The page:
The Economy of Lesotho is based on agriculture, livestock, manufacturing, and the earnings of laborers employed in South Africa. Lesotho is geographically surrounded by South Africa and economically integrated with it as well. The majority of households subsist on farming or migrant labor, primarily miners in South Africa for 3 to 9 months. The western lowlands form the main agricultural zone. Almost 50% of the population earn some income through crop cultivation or animal husbandry with nearly two-thirds of the country's income coming from the agricultural sector.
Water is Lesotho's only significant natural resource. It is being exploited through the 30-year, multi-billion dollar Lesotho Highlands Water Project (LHWP), which was initiated in 1986. The LHWP is designed to capture, store, and transfer water from the Orange River system and send it to South Africa's Free State and greater Johannesburg area, which features a large concentration of South African industry, population and agriculture. At the completion of the project, Lesotho should be almost completely self-sufficient in the production of electricity and also gain income from the sale of electricity to South Africa. The World Bank, African Development Bank, European Investment Bank, and many other bilateral donors are financing the project.
Until the political insecurity in September 1998, Lesotho's economy had grown steadily since 1992. The riots, however, destroyed nearly 80% of commercial infrastructure in Maseru and two other major towns in the country, having a disastrous effect on the country's economy. Nonetheless, the country has completed several IMF Structural Adjustment Programs, and inflation declined substantially over the course of the 1990s. Lesotho's trade deficit, however, is quite large, with exports representing only a small fraction of imports.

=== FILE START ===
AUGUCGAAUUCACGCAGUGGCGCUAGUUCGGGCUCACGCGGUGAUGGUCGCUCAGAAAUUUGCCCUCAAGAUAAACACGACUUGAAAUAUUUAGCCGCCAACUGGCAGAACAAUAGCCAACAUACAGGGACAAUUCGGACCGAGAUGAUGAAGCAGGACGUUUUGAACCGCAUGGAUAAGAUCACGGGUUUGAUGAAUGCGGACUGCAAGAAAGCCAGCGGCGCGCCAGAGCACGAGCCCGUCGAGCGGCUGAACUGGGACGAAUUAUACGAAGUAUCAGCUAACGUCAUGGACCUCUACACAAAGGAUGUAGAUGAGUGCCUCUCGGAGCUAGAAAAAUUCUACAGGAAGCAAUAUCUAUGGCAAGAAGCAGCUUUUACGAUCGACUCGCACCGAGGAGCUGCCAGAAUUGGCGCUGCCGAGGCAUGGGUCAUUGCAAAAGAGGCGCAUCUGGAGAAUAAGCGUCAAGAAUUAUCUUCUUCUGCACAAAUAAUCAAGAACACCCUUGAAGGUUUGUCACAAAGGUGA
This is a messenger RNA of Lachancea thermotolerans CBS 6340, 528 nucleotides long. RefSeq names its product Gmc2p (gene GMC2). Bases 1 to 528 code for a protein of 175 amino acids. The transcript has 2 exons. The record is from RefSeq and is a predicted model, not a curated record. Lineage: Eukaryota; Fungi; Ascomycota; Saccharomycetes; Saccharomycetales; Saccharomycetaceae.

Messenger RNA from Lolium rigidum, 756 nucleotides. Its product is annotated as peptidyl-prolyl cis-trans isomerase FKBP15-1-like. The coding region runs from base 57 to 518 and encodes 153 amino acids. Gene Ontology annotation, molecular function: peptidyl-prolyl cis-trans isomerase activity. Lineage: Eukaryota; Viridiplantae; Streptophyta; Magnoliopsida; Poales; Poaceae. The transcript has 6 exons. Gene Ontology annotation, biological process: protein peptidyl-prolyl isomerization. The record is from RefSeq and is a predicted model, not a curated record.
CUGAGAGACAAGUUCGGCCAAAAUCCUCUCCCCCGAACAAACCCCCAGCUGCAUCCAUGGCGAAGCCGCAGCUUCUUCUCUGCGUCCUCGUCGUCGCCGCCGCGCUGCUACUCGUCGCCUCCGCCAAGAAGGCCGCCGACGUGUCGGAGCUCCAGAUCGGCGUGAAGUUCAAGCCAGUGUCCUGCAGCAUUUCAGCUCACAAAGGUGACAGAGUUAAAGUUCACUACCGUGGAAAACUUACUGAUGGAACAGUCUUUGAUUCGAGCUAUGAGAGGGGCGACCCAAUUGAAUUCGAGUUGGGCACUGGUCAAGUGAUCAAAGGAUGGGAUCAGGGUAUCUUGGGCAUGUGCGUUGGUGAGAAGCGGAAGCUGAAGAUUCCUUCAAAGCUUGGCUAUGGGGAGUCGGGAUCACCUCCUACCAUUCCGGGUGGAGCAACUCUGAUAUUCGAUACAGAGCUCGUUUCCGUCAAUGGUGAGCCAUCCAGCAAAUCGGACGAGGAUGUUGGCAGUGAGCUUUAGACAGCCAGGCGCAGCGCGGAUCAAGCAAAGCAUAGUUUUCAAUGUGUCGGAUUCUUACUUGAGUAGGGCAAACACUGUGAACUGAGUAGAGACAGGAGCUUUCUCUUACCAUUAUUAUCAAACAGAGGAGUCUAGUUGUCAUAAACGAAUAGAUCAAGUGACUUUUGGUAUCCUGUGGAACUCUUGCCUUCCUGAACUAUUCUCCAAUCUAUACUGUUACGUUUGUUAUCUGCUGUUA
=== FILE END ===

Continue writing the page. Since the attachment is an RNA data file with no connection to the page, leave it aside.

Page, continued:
Lesotho has received economic aid from a variety of sources, including the United States, the World Bank, the United Kingdom, the European Union, and Germany.
Lesotho has nearly 6,000 kilometers of unpaved and modern all-weather roads. There is a short rail line (freight) linking Lesotho with South Africa that is totally owned and operated by South Africa.
Lesotho, is a member of the Southern African Customs Union (SACU) in which tariffs have been eliminated on the trade of goods between other member countries, which also include Botswana, Namibia, South Africa, and Swaziland. Lesotho, Swaziland, Namibia, and South Africa also form a common currency and exchange control area known as the Rand Monetary Area that uses the South African rand as the common currency. In 1980, Lesotho introduced its own currency, the loti (plural: maloti). One hundred lisente equal one loti. The Loti is at par with the rand.
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